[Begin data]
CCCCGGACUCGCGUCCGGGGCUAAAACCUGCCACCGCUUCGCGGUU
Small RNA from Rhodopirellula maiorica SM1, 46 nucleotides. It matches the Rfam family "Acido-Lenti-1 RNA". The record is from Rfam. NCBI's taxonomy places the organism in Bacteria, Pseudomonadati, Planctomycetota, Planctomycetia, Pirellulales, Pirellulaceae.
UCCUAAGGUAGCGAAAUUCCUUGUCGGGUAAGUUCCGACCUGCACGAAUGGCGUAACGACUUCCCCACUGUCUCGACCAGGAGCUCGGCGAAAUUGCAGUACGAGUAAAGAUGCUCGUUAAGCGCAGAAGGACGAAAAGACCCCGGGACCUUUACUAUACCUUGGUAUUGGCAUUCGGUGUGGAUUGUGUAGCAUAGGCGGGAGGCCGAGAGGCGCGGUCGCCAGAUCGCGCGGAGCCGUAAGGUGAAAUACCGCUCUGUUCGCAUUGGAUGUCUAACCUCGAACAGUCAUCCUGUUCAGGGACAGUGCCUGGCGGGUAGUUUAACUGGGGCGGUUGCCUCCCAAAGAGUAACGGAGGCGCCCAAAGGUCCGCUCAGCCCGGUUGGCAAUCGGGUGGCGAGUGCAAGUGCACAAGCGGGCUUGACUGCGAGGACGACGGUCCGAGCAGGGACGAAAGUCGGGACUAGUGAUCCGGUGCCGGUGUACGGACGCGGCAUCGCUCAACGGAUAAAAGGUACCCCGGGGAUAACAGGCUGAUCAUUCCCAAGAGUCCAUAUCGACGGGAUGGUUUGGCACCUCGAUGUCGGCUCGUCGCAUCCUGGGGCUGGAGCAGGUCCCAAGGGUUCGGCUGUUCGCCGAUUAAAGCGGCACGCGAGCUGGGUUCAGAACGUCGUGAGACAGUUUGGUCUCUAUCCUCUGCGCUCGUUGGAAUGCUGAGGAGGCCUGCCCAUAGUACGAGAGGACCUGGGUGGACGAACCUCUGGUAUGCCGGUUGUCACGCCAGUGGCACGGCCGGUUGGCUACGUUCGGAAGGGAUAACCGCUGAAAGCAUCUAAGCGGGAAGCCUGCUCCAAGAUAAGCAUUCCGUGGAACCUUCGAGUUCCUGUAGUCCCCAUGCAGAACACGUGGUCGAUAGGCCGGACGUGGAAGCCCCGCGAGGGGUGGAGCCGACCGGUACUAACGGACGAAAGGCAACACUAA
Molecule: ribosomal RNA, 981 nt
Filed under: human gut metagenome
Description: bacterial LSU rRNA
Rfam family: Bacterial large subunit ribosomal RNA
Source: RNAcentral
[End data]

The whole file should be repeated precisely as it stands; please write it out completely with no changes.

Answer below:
CCCCGGACUCGCGUCCGGGGCUAAAACCUGCCACCGCUUCGCGGUU
Small RNA from Rhodopirellula maiorica SM1, 46 nucleotides. It matches the Rfam family "Acido-Lenti-1 RNA". The record is from Rfam. NCBI's taxonomy places the organism in Bacteria, Pseudomonadati, Planctomycetota, Planctomycetia, Pirellulales, Pirellulaceae.
UCCUAAGGUAGCGAAAUUCCUUGUCGGGUAAGUUCCGACCUGCACGAAUGGCGUAACGACUUCCCCACUGUCUCGACCAGGAGCUCGGCGAAAUUGCAGUACGAGUAAAGAUGCUCGUUAAGCGCAGAAGGACGAAAAGACCCCGGGACCUUUACUAUACCUUGGUAUUGGCAUUCGGUGUGGAUUGUGUAGCAUAGGCGGGAGGCCGAGAGGCGCGGUCGCCAGAUCGCGCGGAGCCGUAAGGUGAAAUACCGCUCUGUUCGCAUUGGAUGUCUAACCUCGAACAGUCAUCCUGUUCAGGGACAGUGCCUGGCGGGUAGUUUAACUGGGGCGGUUGCCUCCCAAAGAGUAACGGAGGCGCCCAAAGGUCCGCUCAGCCCGGUUGGCAAUCGGGUGGCGAGUGCAAGUGCACAAGCGGGCUUGACUGCGAGGACGACGGUCCGAGCAGGGACGAAAGUCGGGACUAGUGAUCCGGUGCCGGUGUACGGACGCGGCAUCGCUCAACGGAUAAAAGGUACCCCGGGGAUAACAGGCUGAUCAUUCCCAAGAGUCCAUAUCGACGGGAUGGUUUGGCACCUCGAUGUCGGCUCGUCGCAUCCUGGGGCUGGAGCAGGUCCCAAGGGUUCGGCUGUUCGCCGAUUAAAGCGGCACGCGAGCUGGGUUCAGAACGUCGUGAGACAGUUUGGUCUCUAUCCUCUGCGCUCGUUGGAAUGCUGAGGAGGCCUGCCCAUAGUACGAGAGGACCUGGGUGGACGAACCUCUGGUAUGCCGGUUGUCACGCCAGUGGCACGGCCGGUUGGCUACGUUCGGAAGGGAUAACCGCUGAAAGCAUCUAAGCGGGAAGCCUGCUCCAAGAUAAGCAUUCCGUGGAACCUUCGAGUUCCUGUAGUCCCCAUGCAGAACACGUGGUCGAUAGGCCGGACGUGGAAGCCCCGCGAGGGGUGGAGCCGACCGGUACUAACGGACGAAAGGCAACACUAA
Molecule: ribosomal RNA, 981 nt
Filed under: human gut metagenome
Description: bacterial LSU rRNA
Rfam family: Bacterial large subunit ribosomal RNA
Source: RNAcentral